For the first time this year, our writers voted for their fave live comedy show of the year. The results are in and it looks like we love tourists.

For a long time in Australia, US comic Hannibal Buress was known as "that guy from Broad City" with a list of other support roles attached but, as soon as he takes the stage, an entirely new persona is on show; one that will see him take over the world and Aussie venues at least twice the size during his next visit. He's claimed the top place in The Music's 2016 Writers' Poll for his diverse skill set and unique brand of humour that delves into controversy while still keeping things light-hearted and relatable.

Aussie favourites Sam Simmons and Wil Anderson came in second and third respectively and perhaps it's to do with their presence on TV and constant international touring that sees their material ever-evolving and always engaging.

New York's queen of ribald comedy, alt.cabaret and physical theatre, there's never a dull moment when it comes to Bridget Everett's (Girls/Lady Dynamite/Inside Amy Schumer) live show  she's loud, silly and left an impression on punters after her uninhibited, unapologetic and in-your-face east coast stint earlier this year.

There's no one quite like Parks & Rec grump Nick Offerman. While some actors or comedians might not like the idea of being typecast or pigeonholed after a role, it almost seems like the character of Ron Swanson was based on Offerman's life, as he sung of beards and woodwork while playing a homemade ukulele during his Aussie visit.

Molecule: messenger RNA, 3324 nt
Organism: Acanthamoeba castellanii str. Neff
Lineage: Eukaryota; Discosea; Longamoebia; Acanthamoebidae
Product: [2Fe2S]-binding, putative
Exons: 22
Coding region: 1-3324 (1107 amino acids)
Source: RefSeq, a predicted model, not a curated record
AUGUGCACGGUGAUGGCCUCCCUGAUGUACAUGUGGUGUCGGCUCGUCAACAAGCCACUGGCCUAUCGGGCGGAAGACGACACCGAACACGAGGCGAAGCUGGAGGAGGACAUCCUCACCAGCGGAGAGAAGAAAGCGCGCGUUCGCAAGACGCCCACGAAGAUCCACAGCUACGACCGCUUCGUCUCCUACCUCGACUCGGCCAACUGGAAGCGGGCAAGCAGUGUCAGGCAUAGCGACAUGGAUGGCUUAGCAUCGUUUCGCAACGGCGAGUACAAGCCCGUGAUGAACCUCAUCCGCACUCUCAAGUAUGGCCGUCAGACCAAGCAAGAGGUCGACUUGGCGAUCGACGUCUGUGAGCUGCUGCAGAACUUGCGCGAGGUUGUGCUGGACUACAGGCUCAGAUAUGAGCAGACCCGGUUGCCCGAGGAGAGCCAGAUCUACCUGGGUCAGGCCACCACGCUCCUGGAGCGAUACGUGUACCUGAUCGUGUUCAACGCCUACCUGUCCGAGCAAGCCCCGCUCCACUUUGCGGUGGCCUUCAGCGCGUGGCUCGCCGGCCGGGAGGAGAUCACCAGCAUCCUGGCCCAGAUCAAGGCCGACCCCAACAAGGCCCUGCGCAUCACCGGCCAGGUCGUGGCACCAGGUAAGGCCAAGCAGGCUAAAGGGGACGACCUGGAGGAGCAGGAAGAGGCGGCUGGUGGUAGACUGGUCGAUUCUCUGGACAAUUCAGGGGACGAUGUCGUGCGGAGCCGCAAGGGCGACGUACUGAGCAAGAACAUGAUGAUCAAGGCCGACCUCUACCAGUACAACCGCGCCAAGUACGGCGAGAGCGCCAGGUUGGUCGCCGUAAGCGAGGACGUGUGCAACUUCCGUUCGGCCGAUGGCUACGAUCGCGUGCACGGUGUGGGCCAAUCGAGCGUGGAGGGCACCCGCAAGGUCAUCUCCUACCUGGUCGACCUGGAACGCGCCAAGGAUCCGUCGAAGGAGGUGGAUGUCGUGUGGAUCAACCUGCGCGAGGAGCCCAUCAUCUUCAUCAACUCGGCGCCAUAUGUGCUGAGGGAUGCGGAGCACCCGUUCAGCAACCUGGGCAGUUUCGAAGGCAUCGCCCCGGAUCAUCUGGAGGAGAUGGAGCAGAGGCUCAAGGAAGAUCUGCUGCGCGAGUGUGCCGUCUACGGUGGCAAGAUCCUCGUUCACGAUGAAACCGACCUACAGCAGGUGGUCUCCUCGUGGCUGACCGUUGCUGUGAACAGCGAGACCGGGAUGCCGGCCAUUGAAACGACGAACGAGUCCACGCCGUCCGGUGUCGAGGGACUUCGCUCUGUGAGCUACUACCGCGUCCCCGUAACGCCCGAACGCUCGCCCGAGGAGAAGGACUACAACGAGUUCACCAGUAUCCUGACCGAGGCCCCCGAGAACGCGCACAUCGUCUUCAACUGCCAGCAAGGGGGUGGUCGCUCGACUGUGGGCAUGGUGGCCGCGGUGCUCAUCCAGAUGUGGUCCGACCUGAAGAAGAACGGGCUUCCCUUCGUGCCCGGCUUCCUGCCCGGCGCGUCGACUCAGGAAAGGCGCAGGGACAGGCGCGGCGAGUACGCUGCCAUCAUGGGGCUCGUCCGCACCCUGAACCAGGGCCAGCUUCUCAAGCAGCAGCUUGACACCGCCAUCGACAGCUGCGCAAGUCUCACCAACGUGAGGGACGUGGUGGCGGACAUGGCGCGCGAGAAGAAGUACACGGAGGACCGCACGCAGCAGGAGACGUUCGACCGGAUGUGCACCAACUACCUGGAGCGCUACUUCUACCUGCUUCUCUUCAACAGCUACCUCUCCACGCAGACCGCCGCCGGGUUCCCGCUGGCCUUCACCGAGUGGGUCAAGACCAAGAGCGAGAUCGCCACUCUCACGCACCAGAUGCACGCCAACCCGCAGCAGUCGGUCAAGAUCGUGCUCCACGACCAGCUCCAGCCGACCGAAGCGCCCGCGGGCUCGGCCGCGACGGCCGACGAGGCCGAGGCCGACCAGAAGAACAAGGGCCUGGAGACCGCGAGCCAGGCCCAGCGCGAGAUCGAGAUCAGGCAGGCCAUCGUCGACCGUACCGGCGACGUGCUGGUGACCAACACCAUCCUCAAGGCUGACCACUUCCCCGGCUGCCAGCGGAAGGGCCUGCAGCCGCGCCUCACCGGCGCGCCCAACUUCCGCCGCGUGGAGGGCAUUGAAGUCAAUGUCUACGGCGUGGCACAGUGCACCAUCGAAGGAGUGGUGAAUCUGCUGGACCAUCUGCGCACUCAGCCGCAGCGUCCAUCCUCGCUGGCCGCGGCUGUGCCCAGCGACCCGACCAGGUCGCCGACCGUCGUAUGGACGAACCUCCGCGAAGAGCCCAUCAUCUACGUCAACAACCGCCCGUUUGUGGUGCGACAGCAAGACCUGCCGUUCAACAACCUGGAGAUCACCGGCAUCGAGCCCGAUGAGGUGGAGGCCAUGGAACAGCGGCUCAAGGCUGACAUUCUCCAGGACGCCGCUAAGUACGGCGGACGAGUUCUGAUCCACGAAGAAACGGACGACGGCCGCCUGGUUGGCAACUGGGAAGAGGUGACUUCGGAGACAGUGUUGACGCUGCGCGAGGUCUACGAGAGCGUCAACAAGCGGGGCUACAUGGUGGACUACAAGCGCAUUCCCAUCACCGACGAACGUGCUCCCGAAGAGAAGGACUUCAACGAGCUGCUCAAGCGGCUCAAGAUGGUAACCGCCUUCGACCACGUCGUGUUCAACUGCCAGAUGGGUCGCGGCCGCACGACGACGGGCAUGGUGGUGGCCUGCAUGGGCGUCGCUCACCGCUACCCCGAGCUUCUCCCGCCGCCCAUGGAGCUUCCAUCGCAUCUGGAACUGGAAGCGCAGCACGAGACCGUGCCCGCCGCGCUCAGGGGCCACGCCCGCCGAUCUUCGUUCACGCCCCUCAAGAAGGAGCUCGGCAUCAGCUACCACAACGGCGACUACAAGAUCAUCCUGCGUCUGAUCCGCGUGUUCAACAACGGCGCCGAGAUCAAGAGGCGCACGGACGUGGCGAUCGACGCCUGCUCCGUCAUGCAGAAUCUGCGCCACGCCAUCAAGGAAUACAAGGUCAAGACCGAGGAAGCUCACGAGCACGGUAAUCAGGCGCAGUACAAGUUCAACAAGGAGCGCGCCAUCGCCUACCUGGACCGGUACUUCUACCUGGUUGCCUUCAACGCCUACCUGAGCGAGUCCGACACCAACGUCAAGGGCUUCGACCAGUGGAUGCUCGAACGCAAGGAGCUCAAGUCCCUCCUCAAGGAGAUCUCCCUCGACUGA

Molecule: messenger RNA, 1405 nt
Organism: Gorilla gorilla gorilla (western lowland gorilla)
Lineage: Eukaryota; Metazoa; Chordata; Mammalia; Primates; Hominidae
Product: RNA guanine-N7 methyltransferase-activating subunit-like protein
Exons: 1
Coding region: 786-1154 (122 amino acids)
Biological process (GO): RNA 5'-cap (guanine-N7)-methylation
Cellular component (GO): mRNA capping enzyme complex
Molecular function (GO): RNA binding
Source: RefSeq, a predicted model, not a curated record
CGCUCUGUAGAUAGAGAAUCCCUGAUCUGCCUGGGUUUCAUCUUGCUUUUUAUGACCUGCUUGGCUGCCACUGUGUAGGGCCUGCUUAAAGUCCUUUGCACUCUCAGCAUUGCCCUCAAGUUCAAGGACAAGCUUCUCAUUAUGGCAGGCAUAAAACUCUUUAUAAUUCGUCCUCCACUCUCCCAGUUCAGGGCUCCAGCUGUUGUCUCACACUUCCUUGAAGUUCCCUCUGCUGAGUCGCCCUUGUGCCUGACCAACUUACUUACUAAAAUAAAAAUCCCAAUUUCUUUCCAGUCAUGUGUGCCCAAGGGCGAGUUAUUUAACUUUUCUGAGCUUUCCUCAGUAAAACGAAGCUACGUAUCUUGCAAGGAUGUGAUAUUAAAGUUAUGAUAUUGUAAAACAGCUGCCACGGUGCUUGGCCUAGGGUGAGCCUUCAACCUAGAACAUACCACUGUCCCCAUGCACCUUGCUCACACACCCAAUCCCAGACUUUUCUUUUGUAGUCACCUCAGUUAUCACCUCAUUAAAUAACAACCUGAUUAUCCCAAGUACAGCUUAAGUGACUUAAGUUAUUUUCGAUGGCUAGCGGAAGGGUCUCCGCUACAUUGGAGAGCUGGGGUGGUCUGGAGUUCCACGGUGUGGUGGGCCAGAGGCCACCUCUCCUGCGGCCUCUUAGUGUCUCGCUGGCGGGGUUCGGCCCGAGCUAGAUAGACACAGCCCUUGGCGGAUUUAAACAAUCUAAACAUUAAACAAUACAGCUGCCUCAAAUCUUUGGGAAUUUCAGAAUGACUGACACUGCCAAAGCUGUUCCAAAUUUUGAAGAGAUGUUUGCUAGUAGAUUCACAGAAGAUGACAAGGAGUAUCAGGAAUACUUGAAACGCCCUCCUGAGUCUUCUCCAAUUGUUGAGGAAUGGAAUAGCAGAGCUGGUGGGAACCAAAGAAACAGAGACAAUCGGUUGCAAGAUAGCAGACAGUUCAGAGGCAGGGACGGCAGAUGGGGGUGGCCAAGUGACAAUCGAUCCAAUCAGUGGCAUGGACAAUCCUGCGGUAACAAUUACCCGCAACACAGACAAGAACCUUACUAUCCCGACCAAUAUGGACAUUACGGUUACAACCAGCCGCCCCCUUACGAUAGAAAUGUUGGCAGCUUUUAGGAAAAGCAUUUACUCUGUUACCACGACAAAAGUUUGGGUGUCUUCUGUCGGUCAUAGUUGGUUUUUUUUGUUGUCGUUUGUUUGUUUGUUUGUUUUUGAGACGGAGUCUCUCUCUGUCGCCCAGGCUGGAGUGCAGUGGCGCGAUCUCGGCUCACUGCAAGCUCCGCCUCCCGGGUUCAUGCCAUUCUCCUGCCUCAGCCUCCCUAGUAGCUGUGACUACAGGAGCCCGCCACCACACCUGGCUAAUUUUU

Racists, bigots, misogynists and abusers of power were in the firing line when US comedian/actor Margaret Cho's The PsyCHO Tour rolled through town. She's also one of few to nail the Aussie accent (unlike our number one, who butchered it to hell). Cho's another comic who's mastered balance and tone, ensuring the heavier content is offset by easy-going obsessional humour.

And last  but certainly not least — now-former triple j breakfast star Matt Okine, who might find his way higher up this list in 2017 as his comedy career takes priority. Okine's stand-up has evolved tenfold on previous years as he opens up the darkest points of his personal life for analysis. It's a brave move that not a lot of others take on or master, but Okine's new direction is exciting and promises big things. 

1.hannibal buress

"One of the best comedy sets to roll through town all year."
- Daniel Cribb

2. sam simmons

"It was erratic, random, perplexing, uneasy — and a performance of utter magnificence."
- Will Oakeshott

3. wil anderson

"There's a strong theme of 'we've got to work together on this shit' permeating the show, this passionate motif on inclusivity adding real gravitas."
-Steve Bell

4. bridget everett

"The faint of heart need not apply to this riotous and downright hilarious one-woman party."
- Joe Dolan

5. nick offerman

"Offerman is an amazingly charismatic performer and storyteller, and the show is laid-back and seemingly a bit off-the-cuff."
- Finn Kirkman

6. margaret cho

"Cho's mission is to empower herself and others through comic exposure."

7. matt okine

"It's a style of comedy that blurs the line between poetry and therapy, in which the performer crucifies themselves in an effort to relate to the sins of the many."
- Roshan Clerke

8. julian clary

"Elegant, urbane and with a wonderfully wry sense of the ridiculous."
- Fiona Cameron

9. tom ballard

"Ballard covers everything from feminism to 'how to deal with ISIS' and even chucks in an all-too-real description of what (more than likely) Rupert Murdoch's dick looks like."
- Chris Komorek

10. steve hughes

"This was an evening which came with many uncomfortable silences. Hughes would milk these for all they were worth."
- Sean Drill